"He just didn't seem good," Carrier said. "He didn't seem right. He didn't seem normal. And so I texted him (later) and said. 'What's going on Manti? Something doesn't seem right.' And he said, 'I need to talk to you, Bishop. Can you come tomorrow night at 10 o'clock?'
"So I went over the next night, which would have been the 20th, that Thursday night, and I said, 'What's going on Manti?'
"He said, 'I messed up, Bishop.'
"As a bishop, I'm thinking, 'Oh My Gosh, he's got some girl pregnant.'
"He said 'She's alive.'
Response to Johnny2X2X (Original post)
Tue Jan 22, 2013, 11:23 AM
Larkspur (12,260 posts)
2. South Bend Tribune: Lessons we've learned from Te'o's tale
For people talking to strangers on the phone, or looking for online relationships: Beware.
For people who are in the public eye: Be even warier, and if you choose to talk about your personal life, make sure you tell the unembellished truth.
For journalists, the rules have changed, too. Trusted sources are fallible sources. Soft-news feature stories deserve hard-news fact-checking. To the degree possible, challenge all assumptions in all stories. Point at every fact and ask, how do I know this is true? Make notes, keep recordings and hold sources accountable for their words.
Hardboiled, old-school journalism teachers used to tell us: If your mother says she loves you, check it out. It was intended to bring a chuckle, back then, but to me, it doesn’t sound funny any more. They were right.
The Tribune is willing to hold others accountable for their words and actions. We hold ourselves accountable, as well. The Tribune unwittingly played a part in spreading this gigantic delusion.
The Tribune was probably the first news organization to learn about Te’o’s supposed double tragedy last September. We were the first to ask Coach Brian Kelly about it, at a routine press conference.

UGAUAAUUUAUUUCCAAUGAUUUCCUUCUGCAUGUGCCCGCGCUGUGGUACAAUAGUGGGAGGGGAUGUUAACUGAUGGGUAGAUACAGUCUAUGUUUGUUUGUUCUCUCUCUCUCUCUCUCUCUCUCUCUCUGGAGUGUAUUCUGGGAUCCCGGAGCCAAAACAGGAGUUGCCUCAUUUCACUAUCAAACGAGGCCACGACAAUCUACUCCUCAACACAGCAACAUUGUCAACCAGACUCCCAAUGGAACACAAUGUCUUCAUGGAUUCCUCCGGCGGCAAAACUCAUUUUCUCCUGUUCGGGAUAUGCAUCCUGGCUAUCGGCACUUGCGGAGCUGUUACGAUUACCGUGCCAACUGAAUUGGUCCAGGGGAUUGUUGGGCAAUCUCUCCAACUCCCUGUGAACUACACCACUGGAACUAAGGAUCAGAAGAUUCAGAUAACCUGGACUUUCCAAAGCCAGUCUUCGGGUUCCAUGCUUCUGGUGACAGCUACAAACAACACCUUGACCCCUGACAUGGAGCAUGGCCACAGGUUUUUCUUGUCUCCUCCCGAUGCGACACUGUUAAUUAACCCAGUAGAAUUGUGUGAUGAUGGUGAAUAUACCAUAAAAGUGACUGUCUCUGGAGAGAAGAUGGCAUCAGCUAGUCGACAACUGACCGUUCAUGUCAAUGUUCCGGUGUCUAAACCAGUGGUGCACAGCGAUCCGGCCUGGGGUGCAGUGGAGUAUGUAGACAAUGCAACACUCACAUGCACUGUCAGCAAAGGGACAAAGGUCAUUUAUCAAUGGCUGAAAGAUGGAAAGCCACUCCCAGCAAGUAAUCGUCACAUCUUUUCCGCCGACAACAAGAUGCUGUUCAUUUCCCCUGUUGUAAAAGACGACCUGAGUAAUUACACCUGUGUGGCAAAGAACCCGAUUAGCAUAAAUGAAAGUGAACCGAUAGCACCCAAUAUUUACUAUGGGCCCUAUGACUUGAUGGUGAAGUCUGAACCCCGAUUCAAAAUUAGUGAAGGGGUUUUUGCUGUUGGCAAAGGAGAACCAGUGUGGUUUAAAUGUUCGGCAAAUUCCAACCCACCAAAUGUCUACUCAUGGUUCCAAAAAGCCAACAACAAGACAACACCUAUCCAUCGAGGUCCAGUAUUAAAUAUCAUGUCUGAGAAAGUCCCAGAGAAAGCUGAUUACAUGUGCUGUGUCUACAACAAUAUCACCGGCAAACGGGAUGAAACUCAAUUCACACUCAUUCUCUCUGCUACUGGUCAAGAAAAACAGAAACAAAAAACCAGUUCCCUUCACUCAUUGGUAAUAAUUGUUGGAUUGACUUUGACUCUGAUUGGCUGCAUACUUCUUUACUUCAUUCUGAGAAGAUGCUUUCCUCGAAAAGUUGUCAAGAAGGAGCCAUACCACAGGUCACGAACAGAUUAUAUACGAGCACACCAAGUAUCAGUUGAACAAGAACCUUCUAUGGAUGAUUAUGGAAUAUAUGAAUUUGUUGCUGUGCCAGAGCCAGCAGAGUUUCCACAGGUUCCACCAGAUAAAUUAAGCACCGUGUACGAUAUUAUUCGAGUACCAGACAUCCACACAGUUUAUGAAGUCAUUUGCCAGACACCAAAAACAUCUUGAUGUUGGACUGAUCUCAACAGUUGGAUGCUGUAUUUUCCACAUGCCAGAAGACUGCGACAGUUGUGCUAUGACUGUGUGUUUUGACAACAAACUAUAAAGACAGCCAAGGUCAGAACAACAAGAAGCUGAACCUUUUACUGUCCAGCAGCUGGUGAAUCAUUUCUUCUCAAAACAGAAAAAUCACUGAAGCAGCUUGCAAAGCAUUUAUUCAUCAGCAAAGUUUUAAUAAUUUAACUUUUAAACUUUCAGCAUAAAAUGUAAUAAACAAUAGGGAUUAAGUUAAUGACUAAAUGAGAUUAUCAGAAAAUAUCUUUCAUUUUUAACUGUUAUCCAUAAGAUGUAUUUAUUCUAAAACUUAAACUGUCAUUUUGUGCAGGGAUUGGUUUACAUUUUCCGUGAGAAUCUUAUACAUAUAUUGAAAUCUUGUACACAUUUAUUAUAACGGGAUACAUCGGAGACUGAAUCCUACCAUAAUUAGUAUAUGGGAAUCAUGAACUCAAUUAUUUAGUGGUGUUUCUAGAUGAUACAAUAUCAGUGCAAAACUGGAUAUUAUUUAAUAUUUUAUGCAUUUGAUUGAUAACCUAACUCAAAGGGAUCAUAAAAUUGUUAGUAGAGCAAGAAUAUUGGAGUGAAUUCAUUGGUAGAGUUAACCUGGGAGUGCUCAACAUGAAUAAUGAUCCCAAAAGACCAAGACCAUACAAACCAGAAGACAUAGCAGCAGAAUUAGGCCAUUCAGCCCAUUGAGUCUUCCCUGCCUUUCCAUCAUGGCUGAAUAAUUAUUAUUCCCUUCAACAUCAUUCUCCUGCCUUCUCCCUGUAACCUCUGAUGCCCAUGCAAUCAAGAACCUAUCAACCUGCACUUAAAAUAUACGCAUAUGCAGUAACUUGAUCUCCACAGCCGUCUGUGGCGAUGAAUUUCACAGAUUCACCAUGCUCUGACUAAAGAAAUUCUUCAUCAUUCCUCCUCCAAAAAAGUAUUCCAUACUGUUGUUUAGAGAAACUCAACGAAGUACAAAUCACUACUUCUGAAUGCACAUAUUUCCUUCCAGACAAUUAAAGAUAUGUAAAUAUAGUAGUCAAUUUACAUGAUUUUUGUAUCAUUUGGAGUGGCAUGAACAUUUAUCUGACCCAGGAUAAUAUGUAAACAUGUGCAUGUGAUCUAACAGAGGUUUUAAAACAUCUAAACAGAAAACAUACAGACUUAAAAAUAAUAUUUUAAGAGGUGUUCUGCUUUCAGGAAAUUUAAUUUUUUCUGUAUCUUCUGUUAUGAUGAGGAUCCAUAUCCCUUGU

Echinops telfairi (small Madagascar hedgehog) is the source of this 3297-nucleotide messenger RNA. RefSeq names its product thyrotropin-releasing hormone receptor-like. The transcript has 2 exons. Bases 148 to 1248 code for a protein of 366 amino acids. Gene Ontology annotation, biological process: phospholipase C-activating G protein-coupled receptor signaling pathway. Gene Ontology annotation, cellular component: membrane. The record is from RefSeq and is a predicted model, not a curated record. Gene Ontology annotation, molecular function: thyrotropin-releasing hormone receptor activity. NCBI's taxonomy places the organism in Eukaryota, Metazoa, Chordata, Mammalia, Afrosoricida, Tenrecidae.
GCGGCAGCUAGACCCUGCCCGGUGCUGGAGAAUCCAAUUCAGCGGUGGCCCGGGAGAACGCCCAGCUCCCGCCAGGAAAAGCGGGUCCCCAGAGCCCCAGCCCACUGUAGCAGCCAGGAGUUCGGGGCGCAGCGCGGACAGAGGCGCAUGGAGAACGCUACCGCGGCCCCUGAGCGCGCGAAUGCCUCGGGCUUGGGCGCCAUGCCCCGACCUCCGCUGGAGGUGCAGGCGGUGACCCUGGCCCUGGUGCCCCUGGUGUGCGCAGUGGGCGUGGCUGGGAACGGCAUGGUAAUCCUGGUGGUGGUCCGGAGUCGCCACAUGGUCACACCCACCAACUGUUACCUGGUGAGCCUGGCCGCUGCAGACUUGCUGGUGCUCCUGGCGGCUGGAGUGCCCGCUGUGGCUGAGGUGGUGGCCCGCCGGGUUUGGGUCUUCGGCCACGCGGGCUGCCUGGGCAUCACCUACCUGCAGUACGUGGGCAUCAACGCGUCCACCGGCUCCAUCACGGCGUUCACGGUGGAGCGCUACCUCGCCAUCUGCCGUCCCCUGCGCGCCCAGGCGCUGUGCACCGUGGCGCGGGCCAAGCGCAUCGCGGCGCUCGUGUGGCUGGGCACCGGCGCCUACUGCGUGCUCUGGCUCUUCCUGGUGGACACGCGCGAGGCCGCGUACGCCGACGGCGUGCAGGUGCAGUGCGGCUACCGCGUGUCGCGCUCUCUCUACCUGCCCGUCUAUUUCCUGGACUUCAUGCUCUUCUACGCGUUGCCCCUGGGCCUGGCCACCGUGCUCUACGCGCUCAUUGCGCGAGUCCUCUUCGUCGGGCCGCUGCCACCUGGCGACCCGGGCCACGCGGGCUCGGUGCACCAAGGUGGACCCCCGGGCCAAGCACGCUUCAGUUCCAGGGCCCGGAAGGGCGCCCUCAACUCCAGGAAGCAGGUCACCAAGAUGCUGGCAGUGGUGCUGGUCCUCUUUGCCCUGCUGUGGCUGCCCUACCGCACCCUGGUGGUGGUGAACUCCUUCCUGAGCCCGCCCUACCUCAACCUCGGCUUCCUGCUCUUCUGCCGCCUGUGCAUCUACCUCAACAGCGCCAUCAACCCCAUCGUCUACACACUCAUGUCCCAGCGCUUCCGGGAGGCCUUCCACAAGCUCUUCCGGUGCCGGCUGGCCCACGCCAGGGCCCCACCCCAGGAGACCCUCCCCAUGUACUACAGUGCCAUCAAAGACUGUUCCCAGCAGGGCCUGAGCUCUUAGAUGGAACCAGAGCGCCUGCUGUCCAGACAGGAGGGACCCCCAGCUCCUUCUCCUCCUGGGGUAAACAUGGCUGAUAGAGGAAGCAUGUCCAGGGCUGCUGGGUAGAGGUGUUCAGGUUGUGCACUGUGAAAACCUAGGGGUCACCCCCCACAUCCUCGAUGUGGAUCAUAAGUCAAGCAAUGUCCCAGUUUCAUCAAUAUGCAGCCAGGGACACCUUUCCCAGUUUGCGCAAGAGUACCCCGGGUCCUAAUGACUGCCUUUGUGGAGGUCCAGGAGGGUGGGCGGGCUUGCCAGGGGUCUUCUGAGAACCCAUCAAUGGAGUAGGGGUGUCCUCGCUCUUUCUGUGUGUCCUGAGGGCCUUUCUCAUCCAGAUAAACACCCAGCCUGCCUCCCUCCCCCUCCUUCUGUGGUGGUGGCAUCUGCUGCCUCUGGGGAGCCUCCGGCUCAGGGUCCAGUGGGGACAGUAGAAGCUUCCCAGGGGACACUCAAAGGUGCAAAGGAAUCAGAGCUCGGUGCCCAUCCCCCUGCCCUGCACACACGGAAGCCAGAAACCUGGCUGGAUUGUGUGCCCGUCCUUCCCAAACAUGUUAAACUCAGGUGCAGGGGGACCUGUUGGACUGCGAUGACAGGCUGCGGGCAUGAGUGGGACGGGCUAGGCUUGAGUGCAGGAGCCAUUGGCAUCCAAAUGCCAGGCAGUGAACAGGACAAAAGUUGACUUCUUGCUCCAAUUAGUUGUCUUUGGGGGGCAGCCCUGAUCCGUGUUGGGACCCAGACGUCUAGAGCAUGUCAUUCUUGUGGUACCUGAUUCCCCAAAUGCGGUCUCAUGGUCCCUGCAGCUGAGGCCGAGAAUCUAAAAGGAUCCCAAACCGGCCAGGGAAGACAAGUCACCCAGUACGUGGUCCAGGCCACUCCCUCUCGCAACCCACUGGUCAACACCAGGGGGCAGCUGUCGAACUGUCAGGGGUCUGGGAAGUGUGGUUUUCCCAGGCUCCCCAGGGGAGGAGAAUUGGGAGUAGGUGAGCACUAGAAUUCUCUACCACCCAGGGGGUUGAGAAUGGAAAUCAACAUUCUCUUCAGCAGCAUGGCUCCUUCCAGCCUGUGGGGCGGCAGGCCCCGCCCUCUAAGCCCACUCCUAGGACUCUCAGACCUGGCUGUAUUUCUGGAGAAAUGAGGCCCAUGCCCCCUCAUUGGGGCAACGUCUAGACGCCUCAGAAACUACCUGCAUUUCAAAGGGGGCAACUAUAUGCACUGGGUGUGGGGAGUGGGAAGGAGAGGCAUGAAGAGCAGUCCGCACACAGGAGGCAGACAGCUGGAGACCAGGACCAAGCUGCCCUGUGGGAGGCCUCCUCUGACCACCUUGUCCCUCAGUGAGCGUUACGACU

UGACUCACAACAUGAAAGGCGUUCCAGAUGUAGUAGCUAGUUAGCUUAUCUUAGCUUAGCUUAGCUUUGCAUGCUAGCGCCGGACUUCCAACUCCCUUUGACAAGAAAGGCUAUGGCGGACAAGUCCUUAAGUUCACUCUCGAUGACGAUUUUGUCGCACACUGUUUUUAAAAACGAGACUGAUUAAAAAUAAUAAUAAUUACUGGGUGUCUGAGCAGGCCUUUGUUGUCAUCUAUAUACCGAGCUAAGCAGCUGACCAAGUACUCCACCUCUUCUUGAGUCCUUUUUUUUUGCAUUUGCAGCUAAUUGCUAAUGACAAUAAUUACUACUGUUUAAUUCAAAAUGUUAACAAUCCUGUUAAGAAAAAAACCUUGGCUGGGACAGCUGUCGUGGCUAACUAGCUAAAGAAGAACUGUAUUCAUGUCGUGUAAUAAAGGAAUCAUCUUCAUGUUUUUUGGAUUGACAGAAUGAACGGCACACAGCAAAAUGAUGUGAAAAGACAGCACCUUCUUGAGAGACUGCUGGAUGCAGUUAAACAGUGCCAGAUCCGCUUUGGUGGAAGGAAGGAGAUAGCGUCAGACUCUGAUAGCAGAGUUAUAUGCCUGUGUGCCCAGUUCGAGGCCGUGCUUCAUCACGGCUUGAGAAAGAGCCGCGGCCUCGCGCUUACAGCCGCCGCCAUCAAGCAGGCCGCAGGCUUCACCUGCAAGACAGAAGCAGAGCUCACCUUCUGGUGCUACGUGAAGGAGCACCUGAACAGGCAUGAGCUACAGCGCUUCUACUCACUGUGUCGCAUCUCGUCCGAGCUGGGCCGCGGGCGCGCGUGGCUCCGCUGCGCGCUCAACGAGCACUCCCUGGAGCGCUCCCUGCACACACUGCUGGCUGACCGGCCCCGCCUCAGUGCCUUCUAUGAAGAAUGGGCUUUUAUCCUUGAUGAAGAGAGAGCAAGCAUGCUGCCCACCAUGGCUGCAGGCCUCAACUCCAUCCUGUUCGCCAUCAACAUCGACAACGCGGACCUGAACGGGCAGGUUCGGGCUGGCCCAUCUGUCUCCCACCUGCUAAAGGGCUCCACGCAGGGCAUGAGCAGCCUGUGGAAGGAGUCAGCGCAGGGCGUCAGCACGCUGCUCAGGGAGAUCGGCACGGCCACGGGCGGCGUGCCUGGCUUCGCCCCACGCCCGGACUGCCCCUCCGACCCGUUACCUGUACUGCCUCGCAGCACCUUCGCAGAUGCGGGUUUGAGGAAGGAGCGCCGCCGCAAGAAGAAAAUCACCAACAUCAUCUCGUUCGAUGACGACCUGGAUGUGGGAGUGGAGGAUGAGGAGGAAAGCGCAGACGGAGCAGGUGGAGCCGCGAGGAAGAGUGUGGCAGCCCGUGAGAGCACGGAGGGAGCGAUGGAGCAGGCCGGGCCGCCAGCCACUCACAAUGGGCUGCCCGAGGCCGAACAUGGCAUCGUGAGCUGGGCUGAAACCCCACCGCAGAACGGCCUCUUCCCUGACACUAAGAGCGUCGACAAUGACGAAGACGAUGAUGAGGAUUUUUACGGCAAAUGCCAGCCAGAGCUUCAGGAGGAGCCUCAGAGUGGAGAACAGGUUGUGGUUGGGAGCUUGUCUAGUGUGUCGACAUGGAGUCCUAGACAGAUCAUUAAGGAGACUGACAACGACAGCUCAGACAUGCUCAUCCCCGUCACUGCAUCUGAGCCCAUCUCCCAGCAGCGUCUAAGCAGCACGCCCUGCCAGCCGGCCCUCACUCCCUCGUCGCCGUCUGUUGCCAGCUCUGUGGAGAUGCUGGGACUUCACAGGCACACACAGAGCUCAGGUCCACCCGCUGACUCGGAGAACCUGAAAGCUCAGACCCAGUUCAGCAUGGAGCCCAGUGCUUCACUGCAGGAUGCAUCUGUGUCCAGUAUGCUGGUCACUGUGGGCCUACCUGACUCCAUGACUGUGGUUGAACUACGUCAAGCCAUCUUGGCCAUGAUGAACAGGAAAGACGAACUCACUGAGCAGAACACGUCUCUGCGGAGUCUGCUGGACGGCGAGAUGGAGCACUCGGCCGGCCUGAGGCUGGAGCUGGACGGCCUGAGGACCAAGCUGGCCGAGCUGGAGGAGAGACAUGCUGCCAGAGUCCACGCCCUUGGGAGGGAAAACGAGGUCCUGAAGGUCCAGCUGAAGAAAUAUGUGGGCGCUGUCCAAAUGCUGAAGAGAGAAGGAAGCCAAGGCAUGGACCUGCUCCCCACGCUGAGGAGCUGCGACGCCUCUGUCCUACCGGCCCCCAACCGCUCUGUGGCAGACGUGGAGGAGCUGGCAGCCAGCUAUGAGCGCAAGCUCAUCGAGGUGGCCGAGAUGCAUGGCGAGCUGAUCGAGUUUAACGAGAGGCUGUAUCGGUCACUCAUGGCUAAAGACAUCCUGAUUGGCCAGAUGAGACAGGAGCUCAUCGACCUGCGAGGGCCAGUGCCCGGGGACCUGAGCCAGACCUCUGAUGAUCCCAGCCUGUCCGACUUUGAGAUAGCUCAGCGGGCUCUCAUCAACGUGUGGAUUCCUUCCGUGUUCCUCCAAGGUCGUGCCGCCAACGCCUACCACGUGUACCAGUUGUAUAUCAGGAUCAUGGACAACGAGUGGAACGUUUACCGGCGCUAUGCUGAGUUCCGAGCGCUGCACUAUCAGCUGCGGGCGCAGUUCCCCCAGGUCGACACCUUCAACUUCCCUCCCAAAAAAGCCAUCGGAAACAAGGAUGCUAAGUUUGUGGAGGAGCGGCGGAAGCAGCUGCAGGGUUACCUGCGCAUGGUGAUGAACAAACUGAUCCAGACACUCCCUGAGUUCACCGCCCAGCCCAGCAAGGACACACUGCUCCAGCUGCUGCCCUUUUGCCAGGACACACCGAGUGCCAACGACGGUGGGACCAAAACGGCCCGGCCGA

The context of our question was whether Te’o would be playing that Saturday against Michigan State, but the effect of that inquiry was to alert reporters from other media organizations to the story.
We had comments and confirmation from sources we had dealt with for years and believed to be trustworthy, including the linebacker’s father, Brian Te’o; Coach Kelly; and Brian Hardin, another veteran sports department official. Our reporter was told the story had come from Manti himself. Then we posted the story online.
To our knowledge, that was the first news report on the supposed tragedy.
We did not ask for Lennay Kekua’s death certificate. We did not ask for her school records from Stanford. We did not fly a team of reporters to California and Hawaii to investigate her background.
And, of course, after Te’o played the game of his life at Michigan State and giant news organizations began to focus on his story and Te’o’s heroic triumph began to be the biggest feel-good tale in the sports world, neither did anyone else.
If we had had any reason to believe the story was false, if we had not been dealing with multiple trusted sources, or if anyone inside or outside our organization had suggested that the existence of Lennay and her family was questionable, our actions on this story would almost certainly have been different.